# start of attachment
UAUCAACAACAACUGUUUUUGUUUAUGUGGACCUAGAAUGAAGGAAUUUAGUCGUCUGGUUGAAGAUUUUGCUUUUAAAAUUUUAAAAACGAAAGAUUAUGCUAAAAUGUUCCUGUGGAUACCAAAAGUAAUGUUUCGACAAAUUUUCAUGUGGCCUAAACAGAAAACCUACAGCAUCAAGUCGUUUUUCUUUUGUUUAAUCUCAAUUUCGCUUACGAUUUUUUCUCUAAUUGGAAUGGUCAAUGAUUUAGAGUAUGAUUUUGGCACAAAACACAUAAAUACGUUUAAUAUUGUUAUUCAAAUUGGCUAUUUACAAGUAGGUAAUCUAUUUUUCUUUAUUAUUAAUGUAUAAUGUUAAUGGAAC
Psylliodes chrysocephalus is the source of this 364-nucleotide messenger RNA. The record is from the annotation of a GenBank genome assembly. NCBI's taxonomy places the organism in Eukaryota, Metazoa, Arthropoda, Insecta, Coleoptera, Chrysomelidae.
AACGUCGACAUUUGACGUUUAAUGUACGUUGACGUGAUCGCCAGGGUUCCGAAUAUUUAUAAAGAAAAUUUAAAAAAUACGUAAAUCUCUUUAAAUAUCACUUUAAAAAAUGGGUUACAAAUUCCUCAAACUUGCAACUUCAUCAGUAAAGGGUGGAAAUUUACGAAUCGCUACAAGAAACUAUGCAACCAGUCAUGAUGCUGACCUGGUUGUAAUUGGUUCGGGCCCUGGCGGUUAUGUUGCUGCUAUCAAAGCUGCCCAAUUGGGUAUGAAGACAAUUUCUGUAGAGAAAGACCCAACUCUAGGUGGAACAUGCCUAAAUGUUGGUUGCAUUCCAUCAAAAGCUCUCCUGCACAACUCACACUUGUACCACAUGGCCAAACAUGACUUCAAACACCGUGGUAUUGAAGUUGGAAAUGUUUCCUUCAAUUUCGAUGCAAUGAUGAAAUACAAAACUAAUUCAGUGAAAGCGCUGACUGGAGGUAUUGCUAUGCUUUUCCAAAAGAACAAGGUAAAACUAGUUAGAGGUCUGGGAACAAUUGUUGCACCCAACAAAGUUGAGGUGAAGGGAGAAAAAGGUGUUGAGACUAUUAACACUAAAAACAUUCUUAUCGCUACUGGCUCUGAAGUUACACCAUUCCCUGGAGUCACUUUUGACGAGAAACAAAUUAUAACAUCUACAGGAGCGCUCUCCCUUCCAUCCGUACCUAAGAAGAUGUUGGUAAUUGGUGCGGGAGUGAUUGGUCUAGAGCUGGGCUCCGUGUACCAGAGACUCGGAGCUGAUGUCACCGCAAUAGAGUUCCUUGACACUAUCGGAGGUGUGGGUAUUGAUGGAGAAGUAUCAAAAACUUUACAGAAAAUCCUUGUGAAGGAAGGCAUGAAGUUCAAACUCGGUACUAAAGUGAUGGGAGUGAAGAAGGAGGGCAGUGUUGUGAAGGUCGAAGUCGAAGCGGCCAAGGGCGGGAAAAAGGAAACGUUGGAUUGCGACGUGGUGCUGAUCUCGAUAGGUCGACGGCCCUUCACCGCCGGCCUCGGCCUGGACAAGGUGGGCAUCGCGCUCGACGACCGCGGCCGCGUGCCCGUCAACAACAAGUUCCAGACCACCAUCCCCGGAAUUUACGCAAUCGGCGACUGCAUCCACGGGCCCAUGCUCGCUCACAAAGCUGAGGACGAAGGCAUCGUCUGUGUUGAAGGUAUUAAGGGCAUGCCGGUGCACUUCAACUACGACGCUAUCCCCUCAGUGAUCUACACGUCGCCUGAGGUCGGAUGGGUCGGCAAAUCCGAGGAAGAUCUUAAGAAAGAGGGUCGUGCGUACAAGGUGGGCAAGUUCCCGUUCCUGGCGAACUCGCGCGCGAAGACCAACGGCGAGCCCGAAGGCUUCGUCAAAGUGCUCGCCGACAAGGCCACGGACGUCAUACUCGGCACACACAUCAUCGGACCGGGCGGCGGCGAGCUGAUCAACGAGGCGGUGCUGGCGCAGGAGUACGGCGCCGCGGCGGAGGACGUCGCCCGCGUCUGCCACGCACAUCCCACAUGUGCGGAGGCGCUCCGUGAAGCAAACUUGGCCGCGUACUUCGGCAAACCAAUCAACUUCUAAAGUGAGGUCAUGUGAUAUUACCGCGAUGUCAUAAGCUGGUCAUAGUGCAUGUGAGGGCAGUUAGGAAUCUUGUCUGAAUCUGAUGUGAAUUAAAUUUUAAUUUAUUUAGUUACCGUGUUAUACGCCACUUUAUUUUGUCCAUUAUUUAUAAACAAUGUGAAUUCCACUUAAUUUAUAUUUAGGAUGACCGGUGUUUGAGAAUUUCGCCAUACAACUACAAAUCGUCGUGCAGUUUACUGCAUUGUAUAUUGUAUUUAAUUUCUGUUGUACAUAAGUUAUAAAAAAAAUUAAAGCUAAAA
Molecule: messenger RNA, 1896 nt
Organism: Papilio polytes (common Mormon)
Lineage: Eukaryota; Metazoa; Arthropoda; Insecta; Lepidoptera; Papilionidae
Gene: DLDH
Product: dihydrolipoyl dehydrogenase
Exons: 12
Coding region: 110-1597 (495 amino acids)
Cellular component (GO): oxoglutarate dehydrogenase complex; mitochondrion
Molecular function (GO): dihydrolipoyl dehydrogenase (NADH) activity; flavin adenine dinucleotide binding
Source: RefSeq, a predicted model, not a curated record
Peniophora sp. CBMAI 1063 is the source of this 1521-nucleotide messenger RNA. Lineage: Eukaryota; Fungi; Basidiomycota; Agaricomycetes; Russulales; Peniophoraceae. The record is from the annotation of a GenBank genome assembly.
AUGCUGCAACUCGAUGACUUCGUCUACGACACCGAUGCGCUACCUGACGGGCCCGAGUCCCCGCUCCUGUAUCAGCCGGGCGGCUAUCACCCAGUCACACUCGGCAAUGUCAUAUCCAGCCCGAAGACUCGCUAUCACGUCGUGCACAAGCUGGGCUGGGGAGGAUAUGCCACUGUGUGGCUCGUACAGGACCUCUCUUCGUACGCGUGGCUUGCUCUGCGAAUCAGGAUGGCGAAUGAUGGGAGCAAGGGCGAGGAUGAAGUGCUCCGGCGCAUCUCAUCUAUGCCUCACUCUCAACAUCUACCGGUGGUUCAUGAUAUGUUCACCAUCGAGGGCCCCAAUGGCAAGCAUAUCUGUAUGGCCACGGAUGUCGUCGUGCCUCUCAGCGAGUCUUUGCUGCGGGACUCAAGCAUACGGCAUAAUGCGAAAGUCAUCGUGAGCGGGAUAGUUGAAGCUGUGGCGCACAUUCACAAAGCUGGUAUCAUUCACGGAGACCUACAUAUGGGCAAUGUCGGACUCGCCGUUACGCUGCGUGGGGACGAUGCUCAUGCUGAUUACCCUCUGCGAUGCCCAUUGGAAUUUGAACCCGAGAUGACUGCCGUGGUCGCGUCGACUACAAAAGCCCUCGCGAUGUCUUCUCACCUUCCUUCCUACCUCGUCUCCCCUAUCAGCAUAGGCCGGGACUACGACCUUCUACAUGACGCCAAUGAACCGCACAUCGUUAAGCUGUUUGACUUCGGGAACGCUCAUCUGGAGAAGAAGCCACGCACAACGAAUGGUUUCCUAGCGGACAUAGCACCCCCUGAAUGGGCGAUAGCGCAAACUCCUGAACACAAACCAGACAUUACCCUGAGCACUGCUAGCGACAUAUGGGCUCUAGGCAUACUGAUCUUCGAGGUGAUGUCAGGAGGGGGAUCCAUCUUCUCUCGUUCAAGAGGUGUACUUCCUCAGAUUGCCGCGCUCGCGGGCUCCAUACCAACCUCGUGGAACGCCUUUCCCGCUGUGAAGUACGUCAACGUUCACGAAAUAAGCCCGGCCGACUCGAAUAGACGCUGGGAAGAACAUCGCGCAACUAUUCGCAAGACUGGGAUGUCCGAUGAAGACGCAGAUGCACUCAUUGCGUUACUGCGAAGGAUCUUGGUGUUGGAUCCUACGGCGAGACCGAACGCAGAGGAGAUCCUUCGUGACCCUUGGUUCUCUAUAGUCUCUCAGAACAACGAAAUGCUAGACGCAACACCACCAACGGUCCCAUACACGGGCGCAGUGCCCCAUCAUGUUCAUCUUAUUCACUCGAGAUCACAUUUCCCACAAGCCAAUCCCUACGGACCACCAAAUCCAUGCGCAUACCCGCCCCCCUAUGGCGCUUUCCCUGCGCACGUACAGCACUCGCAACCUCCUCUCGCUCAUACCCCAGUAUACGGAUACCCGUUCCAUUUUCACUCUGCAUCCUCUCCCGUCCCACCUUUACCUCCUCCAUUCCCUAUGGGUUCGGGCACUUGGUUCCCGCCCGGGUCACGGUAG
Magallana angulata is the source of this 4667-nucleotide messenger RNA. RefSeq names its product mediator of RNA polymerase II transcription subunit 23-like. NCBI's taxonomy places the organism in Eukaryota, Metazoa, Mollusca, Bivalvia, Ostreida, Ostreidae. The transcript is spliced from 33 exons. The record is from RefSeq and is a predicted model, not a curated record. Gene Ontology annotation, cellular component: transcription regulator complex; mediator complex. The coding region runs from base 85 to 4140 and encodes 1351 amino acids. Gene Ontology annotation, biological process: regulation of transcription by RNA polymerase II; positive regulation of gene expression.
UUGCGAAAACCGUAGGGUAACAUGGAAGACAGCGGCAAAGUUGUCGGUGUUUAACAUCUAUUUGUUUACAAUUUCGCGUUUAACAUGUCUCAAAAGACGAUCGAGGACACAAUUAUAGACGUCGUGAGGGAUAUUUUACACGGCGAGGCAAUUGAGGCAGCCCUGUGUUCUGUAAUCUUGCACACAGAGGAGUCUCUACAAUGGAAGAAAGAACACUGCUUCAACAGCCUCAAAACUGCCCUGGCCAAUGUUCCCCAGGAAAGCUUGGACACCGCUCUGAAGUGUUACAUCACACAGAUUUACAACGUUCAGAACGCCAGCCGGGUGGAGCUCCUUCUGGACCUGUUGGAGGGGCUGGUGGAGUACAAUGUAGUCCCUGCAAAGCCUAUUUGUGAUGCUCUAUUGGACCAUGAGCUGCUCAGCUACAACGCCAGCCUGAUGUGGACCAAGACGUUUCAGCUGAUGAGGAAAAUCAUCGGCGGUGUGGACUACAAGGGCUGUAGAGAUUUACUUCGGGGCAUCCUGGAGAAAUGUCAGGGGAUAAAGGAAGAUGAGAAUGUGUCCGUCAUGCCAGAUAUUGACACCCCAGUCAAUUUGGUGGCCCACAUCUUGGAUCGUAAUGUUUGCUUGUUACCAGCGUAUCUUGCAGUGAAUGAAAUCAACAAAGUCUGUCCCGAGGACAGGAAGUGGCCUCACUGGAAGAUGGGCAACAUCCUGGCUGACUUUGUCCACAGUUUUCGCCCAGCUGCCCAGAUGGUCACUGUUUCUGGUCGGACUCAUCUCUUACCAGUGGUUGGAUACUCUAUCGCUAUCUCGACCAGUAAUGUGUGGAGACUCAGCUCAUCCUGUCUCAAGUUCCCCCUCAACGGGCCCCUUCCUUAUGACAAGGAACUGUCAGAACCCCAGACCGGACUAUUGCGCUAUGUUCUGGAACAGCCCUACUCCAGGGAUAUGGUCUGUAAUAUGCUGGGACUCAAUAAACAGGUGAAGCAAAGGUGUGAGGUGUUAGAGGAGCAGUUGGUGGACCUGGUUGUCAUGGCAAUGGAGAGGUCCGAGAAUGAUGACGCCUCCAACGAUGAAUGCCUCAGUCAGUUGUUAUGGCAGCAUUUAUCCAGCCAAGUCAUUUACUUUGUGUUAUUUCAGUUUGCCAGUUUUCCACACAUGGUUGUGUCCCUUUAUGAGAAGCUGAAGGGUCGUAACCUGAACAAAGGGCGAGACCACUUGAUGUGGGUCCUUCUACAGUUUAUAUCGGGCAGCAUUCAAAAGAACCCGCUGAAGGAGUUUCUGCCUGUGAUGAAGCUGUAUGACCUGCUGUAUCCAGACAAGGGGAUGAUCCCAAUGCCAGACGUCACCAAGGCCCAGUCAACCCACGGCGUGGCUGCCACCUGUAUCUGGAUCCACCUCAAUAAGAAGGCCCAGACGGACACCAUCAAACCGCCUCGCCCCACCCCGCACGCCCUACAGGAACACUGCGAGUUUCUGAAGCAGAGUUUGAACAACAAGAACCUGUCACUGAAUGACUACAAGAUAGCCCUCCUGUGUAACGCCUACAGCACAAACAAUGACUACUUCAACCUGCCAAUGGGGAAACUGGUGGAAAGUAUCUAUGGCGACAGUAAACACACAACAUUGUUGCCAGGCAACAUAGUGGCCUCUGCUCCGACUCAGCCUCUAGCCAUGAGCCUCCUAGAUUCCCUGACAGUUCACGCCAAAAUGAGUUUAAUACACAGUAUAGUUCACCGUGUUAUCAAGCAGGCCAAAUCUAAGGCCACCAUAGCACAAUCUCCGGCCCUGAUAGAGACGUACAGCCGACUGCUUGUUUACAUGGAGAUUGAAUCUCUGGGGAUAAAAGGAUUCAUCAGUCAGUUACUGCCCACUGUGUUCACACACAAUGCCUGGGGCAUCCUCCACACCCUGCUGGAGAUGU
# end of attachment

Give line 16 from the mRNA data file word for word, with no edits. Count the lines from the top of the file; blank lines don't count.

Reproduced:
Magallana angulata is the source of this 4667-nucleotide messenger RNA. RefSeq names its product mediator of RNA polymerase II transcription subunit 23-like. NCBI's taxonomy places the organism in Eukaryota, Metazoa, Mollusca, Bivalvia, Ostreida, Ostreidae. The transcript is spliced from 33 exons. The record is from RefSeq and is a predicted model, not a curated record. Gene Ontology annotation, cellular component: transcription regulator complex; mediator complex. The coding region runs from base 85 to 4140 and encodes 1351 amino acids. Gene Ontology annotation, biological process: regulation of transcription by RNA polymerase II; positive regulation of gene expression.